One other important finding was that all those people that pushed us to turn our hobby into a business were there for us in the beginning. We quickly found out however, that you can’t depend on your friends and family to be your main support and customers. People love the biscotti and buy them, but you can’t sustain a business with friends and family alone. You have to move this business into the market place. This means advertising, sales, insurance, administration, bookkeeping etc. Cost control becomes harder and harder as you enter the world of business and your pride and joy hobby begins to take on more pressure. Your dream hobby job is another reality.
It became clear that we needed something to help us keep costs in check. The excel workbook worked fine for a while but became cumbersome as we began to increase product varieties and production. We needed something easier and faster to make quick quotes, print labels, keep track of our customers, send invoices out and make bookkeeping easier. Reality kept creeping in.
My husband who has a software business offered to write a program for us based on the very detailed excel sheets we had developed over a two year period and the experience we had gained. He had prepared the basis of our excel program that led us in the right direction considering all aspects and factors that had to be considered, always allowing us to know every cost factor and what our profit margin was with every order.
As I began to communicate with others and read articles of people wanting to turn their hobby into a business, I realized that we had some experience that would help others and maybe prevent them from making costly mistakes. The program he developed is the cornerstone of our business and we decided to offer it to home and small to medium size businesses – an inexpensive program that was easy to use and affordable. The Bakers Pricing Software is the result of this effort and we hope it will help others like us reach their dream of bringing their hobby to the market place successfully.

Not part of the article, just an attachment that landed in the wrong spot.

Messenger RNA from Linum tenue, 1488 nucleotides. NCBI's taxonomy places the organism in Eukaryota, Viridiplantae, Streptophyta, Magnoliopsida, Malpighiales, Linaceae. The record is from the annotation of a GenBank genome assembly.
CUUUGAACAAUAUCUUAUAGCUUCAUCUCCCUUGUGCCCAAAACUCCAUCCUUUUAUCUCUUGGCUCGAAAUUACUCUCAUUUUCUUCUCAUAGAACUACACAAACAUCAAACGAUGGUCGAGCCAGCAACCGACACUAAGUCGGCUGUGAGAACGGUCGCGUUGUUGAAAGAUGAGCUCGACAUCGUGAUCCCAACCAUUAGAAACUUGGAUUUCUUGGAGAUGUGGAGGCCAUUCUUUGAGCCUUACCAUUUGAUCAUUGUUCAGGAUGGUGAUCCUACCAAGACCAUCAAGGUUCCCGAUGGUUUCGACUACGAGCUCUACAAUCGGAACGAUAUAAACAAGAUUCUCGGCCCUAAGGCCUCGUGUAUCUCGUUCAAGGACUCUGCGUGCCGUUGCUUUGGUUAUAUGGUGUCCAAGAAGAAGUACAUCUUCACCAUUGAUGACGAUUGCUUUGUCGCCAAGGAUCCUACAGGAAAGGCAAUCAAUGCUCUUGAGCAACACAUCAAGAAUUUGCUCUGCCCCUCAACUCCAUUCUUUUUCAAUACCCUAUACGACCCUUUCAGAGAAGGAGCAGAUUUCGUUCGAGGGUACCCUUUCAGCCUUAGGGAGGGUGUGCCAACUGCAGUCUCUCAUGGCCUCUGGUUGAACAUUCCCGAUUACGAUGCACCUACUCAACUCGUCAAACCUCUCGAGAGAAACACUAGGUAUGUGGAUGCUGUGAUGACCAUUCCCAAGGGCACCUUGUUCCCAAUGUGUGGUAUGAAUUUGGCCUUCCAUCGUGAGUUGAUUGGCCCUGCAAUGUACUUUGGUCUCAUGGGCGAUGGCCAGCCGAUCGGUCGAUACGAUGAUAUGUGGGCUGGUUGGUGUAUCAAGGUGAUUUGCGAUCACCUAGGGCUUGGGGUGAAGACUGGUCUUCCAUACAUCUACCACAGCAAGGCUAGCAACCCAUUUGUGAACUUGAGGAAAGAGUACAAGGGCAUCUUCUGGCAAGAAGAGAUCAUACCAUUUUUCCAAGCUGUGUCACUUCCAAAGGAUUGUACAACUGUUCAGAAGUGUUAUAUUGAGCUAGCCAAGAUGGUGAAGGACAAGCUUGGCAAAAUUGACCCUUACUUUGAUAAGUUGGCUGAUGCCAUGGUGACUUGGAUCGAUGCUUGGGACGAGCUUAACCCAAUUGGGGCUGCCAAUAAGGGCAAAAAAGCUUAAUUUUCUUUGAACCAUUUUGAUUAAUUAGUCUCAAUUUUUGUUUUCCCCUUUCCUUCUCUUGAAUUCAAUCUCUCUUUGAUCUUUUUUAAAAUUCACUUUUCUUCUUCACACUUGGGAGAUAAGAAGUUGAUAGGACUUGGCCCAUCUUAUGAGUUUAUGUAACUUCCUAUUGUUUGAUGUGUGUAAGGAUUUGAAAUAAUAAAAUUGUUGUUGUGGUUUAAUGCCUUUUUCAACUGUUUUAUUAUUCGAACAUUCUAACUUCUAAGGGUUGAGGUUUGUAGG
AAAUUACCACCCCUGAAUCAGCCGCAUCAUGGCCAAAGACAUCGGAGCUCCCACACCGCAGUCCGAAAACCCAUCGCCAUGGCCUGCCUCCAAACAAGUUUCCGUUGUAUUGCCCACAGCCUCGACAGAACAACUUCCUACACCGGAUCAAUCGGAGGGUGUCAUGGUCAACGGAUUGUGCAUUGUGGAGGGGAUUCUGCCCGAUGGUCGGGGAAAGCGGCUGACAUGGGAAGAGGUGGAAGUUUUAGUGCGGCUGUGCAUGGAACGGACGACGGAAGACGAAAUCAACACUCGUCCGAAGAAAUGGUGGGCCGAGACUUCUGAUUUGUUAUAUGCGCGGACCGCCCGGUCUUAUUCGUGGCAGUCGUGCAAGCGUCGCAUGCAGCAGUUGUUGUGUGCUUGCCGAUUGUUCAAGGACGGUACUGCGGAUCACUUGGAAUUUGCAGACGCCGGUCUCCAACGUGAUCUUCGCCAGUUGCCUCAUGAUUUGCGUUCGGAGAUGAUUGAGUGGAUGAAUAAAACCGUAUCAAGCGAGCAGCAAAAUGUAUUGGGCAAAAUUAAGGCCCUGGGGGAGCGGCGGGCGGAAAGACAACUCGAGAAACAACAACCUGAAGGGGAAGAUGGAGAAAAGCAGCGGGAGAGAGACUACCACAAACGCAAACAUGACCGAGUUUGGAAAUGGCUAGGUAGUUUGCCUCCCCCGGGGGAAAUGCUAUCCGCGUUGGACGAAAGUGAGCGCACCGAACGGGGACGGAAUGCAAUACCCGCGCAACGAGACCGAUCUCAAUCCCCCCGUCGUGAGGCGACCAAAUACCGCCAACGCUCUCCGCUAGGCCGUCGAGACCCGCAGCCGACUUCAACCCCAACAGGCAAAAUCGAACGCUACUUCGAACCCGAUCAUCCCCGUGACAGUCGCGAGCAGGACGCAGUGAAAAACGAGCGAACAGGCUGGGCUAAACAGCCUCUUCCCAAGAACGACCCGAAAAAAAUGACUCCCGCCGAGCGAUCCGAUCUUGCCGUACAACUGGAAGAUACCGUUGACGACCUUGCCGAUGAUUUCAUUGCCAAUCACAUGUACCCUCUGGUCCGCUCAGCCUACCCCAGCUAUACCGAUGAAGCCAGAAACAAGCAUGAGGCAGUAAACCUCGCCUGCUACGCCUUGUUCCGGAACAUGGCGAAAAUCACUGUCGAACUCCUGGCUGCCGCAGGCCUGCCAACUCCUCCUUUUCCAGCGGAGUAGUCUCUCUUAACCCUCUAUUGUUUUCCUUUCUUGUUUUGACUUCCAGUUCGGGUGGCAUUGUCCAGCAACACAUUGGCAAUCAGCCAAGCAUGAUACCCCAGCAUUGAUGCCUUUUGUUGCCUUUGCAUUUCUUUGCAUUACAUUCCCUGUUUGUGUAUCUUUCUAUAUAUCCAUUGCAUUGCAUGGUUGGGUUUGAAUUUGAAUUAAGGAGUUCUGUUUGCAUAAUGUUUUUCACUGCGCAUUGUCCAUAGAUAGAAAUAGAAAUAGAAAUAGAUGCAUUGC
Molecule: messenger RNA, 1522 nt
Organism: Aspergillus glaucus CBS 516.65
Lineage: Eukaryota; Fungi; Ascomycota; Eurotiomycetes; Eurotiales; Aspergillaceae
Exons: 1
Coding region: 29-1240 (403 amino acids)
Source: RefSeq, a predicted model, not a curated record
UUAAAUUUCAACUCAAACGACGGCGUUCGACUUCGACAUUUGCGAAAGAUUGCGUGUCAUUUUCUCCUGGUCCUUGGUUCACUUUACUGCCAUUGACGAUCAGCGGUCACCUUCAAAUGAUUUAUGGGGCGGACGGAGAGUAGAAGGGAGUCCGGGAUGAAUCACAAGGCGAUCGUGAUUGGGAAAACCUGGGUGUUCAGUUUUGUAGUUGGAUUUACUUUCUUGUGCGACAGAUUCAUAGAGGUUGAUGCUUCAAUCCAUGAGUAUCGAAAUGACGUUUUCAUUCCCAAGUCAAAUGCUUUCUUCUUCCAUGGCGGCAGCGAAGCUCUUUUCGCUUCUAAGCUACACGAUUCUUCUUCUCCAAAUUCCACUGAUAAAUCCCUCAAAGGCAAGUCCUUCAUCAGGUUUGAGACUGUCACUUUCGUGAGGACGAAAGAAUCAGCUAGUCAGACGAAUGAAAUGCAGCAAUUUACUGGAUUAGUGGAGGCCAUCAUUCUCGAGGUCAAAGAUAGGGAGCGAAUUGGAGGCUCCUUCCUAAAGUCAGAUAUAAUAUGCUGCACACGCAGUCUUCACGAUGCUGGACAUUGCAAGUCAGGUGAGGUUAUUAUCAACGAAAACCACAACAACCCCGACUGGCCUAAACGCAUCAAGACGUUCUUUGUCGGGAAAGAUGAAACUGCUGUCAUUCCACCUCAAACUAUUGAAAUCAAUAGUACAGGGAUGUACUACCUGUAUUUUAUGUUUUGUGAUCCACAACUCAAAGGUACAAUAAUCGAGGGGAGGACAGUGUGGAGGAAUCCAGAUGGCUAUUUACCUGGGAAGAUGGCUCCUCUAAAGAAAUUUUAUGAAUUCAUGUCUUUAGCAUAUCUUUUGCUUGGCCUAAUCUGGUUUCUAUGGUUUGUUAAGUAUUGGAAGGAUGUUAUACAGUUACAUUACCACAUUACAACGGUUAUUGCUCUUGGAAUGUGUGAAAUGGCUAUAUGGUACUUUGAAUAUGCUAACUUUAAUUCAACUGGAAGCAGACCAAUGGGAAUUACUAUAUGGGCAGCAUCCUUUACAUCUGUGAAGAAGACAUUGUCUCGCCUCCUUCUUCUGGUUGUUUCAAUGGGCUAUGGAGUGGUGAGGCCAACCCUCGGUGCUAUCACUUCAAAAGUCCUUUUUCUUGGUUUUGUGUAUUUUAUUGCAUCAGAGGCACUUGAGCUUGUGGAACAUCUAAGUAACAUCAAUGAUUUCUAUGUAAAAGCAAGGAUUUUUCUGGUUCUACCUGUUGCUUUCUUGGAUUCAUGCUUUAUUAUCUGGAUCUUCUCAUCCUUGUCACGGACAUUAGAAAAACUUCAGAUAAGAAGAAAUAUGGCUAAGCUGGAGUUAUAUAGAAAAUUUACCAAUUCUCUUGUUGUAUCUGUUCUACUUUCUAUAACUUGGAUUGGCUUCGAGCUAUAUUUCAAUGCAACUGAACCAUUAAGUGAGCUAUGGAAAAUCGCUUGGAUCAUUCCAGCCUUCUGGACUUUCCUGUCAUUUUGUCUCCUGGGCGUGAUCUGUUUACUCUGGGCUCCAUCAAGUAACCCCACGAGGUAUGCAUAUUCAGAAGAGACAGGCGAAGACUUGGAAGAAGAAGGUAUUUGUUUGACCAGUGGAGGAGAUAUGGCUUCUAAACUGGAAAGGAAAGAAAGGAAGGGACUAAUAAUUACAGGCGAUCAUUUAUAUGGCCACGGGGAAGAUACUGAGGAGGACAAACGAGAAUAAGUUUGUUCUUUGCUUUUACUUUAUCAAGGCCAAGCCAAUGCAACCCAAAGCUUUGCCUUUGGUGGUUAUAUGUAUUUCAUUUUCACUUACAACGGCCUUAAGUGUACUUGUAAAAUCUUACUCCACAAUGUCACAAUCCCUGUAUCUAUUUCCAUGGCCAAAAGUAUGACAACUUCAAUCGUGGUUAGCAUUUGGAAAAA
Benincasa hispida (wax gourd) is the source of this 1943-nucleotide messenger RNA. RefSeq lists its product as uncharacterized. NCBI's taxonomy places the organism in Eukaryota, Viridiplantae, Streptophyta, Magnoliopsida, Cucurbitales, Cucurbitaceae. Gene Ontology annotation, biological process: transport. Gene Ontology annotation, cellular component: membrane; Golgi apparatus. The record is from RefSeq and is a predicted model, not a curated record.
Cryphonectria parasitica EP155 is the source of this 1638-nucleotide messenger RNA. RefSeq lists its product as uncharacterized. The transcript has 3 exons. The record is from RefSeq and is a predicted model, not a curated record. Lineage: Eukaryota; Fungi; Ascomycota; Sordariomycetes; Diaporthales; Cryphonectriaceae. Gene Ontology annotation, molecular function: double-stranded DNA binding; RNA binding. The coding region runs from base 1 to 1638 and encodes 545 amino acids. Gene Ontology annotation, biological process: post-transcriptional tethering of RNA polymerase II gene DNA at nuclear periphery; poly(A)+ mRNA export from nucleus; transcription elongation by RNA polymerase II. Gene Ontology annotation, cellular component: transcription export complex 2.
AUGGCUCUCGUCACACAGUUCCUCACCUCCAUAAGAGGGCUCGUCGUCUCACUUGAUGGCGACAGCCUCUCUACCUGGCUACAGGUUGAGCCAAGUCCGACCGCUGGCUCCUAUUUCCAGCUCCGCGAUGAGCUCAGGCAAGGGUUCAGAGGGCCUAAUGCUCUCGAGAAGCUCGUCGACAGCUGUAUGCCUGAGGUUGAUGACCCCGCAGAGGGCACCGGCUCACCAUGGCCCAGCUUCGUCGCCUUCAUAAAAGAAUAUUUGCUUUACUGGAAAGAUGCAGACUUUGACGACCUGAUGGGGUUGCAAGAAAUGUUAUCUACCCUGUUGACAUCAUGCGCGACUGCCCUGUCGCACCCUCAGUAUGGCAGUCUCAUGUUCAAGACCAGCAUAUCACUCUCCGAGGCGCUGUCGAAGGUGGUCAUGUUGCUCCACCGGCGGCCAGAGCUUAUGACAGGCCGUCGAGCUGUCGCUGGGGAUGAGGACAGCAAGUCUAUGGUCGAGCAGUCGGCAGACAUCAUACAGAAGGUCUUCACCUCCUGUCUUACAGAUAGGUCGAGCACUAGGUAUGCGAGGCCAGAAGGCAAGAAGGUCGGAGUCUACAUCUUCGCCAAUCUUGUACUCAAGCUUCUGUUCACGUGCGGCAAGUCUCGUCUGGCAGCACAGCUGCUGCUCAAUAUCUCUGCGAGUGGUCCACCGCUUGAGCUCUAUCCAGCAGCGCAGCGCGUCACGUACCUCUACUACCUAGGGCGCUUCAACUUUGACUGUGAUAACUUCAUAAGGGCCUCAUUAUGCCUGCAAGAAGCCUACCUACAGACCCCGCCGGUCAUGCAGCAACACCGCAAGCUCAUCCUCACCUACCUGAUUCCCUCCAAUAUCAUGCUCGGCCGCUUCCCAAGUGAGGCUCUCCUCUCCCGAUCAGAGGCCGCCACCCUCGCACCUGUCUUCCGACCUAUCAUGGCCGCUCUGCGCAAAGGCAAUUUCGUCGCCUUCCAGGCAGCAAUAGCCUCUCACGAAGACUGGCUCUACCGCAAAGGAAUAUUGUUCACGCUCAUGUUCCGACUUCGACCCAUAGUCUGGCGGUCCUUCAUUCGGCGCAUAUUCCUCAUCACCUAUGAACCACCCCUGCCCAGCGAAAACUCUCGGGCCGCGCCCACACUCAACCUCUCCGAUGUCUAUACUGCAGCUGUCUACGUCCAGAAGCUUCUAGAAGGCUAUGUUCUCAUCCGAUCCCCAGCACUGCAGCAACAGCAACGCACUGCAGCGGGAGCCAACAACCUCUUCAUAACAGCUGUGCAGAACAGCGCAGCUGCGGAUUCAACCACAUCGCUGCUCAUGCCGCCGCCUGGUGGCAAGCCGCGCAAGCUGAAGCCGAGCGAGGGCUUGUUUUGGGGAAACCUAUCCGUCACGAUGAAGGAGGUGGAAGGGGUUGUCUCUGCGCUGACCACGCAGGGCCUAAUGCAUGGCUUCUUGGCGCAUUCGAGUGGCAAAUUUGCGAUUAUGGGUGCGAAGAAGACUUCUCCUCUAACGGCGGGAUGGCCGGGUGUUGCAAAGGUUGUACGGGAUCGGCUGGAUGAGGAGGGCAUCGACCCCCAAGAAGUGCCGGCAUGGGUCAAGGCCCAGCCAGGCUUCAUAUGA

We are currently developing an accounting program that will be integrated with the Bakers Pricing Software.
THE BAKERS PRICING SYSTEM
The Baker’s Pricing Software is a system that stores all essential data to price a product in a database. The most basic data is raw material information. It stores the name, description, vendor and price information and raw material properties such as whether it is perishable, the density if available in order to accommodate volume and weight input for recipes. The system allows quick updates to take care of changes be it price or vendor. Other key information needed for price calculation is stored in the Preferences: Labor cost, energy cost, overhead percentages, material loss percentage and last but not least the profit targets for retail and wholesale. These cost items and the raw material are the foundation for all subsequent calculations and it is extremely important that this data is not only entered carefully but also maintained on a continuous basis as most of the prices fluctuate!
The next step in the process after establishing the basic cost factors is entering the recipes for your products. You select from the list of raw materials available, add quantity and dimension for each ingredient, the amount of labor and the energy used. The cost for individual item wrapping is also added. You will also be asked whether the product can be used on a tray (the basic building blocks of an order) or not. For example a recipe for frosting would not be available for trays but could be entered as raw material and be available for other recipes. The last information to be entered about recipes are the yields, i.e. the number of items you get per recipe and per pound.
Trays of one or multiple recipe items are the building blocks to fill orders. Trays may be actual trays, but also boxes or more generic, sets of items that can be used for different orders. You can assemble trays by units or by weight (if you sell a pound of a recipe item for example). You can add packaging and transportation cost to the trays. The system will then calculate the retail and wholesale price you should charge to meet your profit objectives. You then fill orders using trays. An order is a customer-oriented record. You not only enter a unique identification and the client’s name but also the delivery date, the actual sales price and any additional delivery costs. The system then provides you with a sales and a reimbursement summary for the different expenses incurred. Last but not the least are the cumbersome health permit labeling requirements. The Bakers Pricing Software automatically creates labels for individual products or summary labels for trays.
Page examples and downloads can be found at http://www.pturo.com/